blackpostcardsBlack Postcards is written in an admirably clear-eyed, straightforward style. Wareham talks about many difficult situations without bitterness–the jealousy and hurt feelings among the members of his first band, Galaxie 500; his affair and divorce; the complex relationship between musicians and their fans–and that’s what makes this book remarkable.

Not only is it an honest account of just how difficult it is to be a mid-list musician in a business (and world) that lionizes a select superstar few, but it’s also a fascinating coming-of-age story of a  handsome, New Zealand-born, Harvard-educated singer/songwriter of self-admitted limited talents who nonetheless carves out a most impressive career, following and life.

Throughout, he sprinkles observations and opinions about various other acts: everyone from the Spin Doctors (horrible, horrible) to Nirvana (their success helped ruin the music business); Courtney Love (spellbinding as a live performer) to Natalie Merchant (he hates her music but would willingly boink her).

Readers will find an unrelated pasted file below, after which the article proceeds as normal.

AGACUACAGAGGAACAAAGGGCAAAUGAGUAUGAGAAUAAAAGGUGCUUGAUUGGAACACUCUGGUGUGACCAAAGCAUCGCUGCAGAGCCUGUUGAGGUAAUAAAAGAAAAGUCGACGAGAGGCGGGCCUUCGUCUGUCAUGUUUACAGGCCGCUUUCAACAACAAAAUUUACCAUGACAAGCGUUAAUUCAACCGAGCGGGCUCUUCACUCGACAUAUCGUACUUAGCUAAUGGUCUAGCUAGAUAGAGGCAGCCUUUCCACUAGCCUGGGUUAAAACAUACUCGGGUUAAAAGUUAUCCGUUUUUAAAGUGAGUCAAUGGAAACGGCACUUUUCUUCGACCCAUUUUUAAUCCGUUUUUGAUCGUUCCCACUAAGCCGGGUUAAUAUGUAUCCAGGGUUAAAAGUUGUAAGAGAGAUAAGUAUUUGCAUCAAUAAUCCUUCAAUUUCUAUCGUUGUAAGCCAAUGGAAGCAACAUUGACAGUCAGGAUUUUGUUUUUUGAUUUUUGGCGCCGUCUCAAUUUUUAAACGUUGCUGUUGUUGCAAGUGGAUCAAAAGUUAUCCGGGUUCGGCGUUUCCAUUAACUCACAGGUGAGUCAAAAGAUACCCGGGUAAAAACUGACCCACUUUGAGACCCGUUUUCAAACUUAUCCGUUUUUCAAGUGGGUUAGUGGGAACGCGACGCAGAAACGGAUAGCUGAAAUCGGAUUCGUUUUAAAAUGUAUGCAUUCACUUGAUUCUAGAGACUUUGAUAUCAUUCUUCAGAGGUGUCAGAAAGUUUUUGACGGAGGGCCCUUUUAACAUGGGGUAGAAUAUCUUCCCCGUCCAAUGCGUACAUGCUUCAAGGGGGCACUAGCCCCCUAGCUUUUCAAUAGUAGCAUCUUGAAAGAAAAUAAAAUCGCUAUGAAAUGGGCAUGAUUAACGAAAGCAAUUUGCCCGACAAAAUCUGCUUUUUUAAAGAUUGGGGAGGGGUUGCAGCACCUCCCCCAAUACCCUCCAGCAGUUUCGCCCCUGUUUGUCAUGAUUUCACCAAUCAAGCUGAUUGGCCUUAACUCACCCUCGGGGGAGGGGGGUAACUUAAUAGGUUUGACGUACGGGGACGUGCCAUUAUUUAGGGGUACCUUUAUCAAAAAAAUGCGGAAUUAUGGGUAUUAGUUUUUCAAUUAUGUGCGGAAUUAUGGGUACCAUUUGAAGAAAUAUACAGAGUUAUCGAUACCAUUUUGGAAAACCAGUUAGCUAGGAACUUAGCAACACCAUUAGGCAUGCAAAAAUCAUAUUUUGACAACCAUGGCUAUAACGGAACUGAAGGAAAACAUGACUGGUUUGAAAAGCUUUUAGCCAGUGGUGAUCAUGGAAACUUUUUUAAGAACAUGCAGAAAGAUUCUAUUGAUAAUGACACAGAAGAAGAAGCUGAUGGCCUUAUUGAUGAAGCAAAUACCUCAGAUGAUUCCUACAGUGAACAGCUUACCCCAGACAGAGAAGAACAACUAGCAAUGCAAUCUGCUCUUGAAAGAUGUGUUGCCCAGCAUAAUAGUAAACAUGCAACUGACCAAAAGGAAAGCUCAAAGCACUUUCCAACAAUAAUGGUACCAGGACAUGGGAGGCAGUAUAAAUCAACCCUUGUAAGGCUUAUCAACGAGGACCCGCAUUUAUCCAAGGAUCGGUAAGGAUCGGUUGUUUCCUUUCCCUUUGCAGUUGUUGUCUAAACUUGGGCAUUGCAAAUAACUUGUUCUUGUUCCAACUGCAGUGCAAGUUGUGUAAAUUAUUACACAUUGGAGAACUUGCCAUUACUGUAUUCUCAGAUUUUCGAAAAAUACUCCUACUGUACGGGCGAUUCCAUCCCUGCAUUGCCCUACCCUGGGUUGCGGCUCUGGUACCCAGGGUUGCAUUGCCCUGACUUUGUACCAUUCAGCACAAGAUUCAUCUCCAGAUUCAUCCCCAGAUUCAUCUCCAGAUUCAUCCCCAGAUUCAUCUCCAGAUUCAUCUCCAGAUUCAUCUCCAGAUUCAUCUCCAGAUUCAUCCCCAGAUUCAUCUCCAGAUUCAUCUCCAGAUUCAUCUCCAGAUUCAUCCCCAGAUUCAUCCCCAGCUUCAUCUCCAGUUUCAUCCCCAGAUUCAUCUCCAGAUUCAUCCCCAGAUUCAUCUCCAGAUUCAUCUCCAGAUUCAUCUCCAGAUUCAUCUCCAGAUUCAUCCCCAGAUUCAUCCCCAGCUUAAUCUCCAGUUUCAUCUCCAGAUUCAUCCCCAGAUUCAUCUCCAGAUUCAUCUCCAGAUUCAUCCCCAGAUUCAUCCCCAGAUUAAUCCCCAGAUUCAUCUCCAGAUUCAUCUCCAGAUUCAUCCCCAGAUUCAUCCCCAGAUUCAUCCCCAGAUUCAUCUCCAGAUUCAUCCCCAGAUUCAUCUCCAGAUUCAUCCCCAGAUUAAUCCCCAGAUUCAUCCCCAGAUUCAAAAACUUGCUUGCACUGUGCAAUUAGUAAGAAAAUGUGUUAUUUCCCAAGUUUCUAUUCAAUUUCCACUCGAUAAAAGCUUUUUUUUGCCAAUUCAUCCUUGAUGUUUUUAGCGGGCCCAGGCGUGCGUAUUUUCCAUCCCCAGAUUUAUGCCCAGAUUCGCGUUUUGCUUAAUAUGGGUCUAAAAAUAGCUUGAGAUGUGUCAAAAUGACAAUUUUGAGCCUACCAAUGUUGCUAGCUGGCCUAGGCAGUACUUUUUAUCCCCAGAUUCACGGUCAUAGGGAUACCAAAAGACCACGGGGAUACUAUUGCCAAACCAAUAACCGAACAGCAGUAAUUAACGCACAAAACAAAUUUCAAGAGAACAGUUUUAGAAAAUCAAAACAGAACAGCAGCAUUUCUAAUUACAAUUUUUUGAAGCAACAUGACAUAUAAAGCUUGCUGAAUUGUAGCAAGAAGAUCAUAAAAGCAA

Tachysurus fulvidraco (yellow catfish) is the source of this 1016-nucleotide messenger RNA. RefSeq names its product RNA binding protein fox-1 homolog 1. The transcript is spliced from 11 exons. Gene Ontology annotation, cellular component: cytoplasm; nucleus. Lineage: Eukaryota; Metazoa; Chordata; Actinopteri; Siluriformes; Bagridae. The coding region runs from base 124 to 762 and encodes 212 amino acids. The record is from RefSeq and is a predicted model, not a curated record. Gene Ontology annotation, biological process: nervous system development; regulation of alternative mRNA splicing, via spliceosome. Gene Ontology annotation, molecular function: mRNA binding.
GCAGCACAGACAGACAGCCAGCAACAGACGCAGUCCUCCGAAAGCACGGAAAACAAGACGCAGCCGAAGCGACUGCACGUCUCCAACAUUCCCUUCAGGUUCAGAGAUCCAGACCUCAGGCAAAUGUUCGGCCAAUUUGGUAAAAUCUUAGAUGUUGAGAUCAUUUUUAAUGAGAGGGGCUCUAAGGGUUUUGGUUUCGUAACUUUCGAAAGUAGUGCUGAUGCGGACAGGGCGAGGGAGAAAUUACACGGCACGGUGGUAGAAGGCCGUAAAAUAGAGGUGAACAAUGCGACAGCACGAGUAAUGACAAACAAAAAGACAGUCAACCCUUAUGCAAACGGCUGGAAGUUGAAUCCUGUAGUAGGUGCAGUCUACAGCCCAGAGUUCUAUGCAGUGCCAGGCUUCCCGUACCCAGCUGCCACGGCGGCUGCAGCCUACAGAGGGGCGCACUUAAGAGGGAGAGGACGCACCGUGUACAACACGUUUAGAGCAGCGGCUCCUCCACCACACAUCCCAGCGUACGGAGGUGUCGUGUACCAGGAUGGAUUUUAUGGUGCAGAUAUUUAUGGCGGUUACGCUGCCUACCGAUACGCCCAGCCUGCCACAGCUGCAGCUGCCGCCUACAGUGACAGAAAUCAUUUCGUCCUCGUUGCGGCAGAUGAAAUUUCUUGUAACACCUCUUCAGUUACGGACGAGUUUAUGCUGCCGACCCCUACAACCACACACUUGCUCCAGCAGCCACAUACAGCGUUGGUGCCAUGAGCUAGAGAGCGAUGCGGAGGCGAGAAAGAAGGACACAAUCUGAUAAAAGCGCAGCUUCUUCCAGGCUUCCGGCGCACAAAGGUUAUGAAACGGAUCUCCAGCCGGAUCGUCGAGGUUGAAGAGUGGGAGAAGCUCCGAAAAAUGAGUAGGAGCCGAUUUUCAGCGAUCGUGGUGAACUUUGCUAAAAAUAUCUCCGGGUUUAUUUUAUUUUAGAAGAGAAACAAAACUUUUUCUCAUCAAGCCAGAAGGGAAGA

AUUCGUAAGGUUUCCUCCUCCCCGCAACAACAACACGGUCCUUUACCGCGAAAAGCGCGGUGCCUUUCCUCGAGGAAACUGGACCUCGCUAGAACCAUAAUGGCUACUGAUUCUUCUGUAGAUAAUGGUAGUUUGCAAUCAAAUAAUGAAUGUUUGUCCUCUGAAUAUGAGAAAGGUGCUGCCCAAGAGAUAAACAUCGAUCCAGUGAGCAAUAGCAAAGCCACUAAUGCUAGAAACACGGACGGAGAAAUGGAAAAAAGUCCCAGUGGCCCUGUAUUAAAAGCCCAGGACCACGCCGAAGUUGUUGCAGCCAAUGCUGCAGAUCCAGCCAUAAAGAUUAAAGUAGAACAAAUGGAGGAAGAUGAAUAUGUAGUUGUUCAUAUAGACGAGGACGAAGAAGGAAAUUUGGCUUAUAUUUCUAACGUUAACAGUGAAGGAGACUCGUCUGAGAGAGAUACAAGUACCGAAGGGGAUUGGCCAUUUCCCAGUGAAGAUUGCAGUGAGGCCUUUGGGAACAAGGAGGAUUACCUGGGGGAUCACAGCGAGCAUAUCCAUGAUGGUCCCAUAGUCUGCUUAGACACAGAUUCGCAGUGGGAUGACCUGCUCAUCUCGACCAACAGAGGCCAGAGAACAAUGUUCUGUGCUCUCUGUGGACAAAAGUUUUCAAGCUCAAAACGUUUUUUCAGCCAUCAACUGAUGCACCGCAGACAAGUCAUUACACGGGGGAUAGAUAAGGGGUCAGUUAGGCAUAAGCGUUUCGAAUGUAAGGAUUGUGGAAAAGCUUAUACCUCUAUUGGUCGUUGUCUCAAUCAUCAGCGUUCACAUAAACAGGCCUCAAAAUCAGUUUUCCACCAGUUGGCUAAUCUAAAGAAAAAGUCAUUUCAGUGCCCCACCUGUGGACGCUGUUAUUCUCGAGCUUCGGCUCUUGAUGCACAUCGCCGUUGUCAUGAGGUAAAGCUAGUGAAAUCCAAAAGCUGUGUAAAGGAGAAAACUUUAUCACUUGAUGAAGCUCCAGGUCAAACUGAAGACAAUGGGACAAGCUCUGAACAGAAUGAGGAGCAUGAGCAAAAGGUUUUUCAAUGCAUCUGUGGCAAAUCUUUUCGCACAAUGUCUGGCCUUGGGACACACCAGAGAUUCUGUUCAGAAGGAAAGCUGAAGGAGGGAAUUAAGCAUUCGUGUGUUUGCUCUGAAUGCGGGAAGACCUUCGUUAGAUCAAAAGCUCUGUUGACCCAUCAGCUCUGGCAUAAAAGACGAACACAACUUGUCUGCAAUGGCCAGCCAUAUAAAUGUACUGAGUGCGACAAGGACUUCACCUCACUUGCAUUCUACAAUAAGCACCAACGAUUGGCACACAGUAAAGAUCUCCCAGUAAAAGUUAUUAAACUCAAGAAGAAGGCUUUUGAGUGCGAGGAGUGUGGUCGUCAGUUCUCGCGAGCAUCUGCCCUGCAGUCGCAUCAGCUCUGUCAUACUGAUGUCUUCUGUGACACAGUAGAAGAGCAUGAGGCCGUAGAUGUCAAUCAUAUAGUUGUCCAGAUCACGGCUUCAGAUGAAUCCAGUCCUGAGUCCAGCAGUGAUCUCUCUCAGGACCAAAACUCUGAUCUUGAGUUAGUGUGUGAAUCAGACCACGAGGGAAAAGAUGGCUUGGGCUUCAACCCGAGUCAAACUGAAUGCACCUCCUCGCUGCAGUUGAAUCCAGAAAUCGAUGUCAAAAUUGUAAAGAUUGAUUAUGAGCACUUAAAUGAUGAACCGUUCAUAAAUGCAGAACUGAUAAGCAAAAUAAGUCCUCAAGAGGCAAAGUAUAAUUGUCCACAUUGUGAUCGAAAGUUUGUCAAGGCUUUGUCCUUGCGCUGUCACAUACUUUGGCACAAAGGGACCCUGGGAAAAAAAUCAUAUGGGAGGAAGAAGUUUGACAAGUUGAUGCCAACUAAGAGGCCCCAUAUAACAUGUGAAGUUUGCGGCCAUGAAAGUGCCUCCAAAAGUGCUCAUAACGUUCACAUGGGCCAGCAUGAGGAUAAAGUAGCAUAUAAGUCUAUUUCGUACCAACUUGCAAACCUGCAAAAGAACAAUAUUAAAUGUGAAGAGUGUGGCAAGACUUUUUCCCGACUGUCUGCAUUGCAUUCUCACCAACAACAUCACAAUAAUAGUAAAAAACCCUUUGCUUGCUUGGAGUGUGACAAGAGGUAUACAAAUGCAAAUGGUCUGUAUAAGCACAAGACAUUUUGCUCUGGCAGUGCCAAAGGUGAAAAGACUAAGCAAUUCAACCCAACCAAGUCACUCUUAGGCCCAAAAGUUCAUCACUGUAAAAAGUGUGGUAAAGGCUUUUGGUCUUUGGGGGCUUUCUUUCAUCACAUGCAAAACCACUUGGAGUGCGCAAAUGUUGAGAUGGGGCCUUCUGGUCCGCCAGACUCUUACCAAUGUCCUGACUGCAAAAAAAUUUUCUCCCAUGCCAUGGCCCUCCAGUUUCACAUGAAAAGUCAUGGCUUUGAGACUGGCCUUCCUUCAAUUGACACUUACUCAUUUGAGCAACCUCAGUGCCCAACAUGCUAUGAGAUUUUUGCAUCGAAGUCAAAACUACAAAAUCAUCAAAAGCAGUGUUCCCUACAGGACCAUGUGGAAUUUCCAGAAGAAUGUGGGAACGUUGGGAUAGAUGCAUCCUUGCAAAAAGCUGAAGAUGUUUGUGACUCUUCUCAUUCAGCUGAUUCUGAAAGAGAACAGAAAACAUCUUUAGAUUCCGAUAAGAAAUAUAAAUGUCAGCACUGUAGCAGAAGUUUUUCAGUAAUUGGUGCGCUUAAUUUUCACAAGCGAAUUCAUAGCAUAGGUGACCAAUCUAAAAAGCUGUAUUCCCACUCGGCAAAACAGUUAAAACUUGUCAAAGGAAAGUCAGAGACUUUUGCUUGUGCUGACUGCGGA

I wish that he’d indulge his writerly side a little more–there are ample opportunities for him to take a beautiful scene and run with it, but he maintains a reserve and restraint that you have to admire, one that he was famed for in his poetic but obtuse “Dr. Seuss on heroin” song lyrics.

It’s pretty amazing that despite being showered with critical acclaim, Wareham’s bands (first Galaxie 500, then Luna, then Dean & Britta) have never really broken through the mainstream, yet he’s recorded 16 albums. Sixteen!! (Plus, I really love the names of his songs, which I think is the best part of songwriting.)

Reading this book made me curious to find out more about Wareham and his projects, and sorry that I missed out on them the first time around. It’s a true pleasure to read about such an interesting life, so intelligently (and humorously) told. I couldn’t stop reading this book and I’m thrilled I got the chance.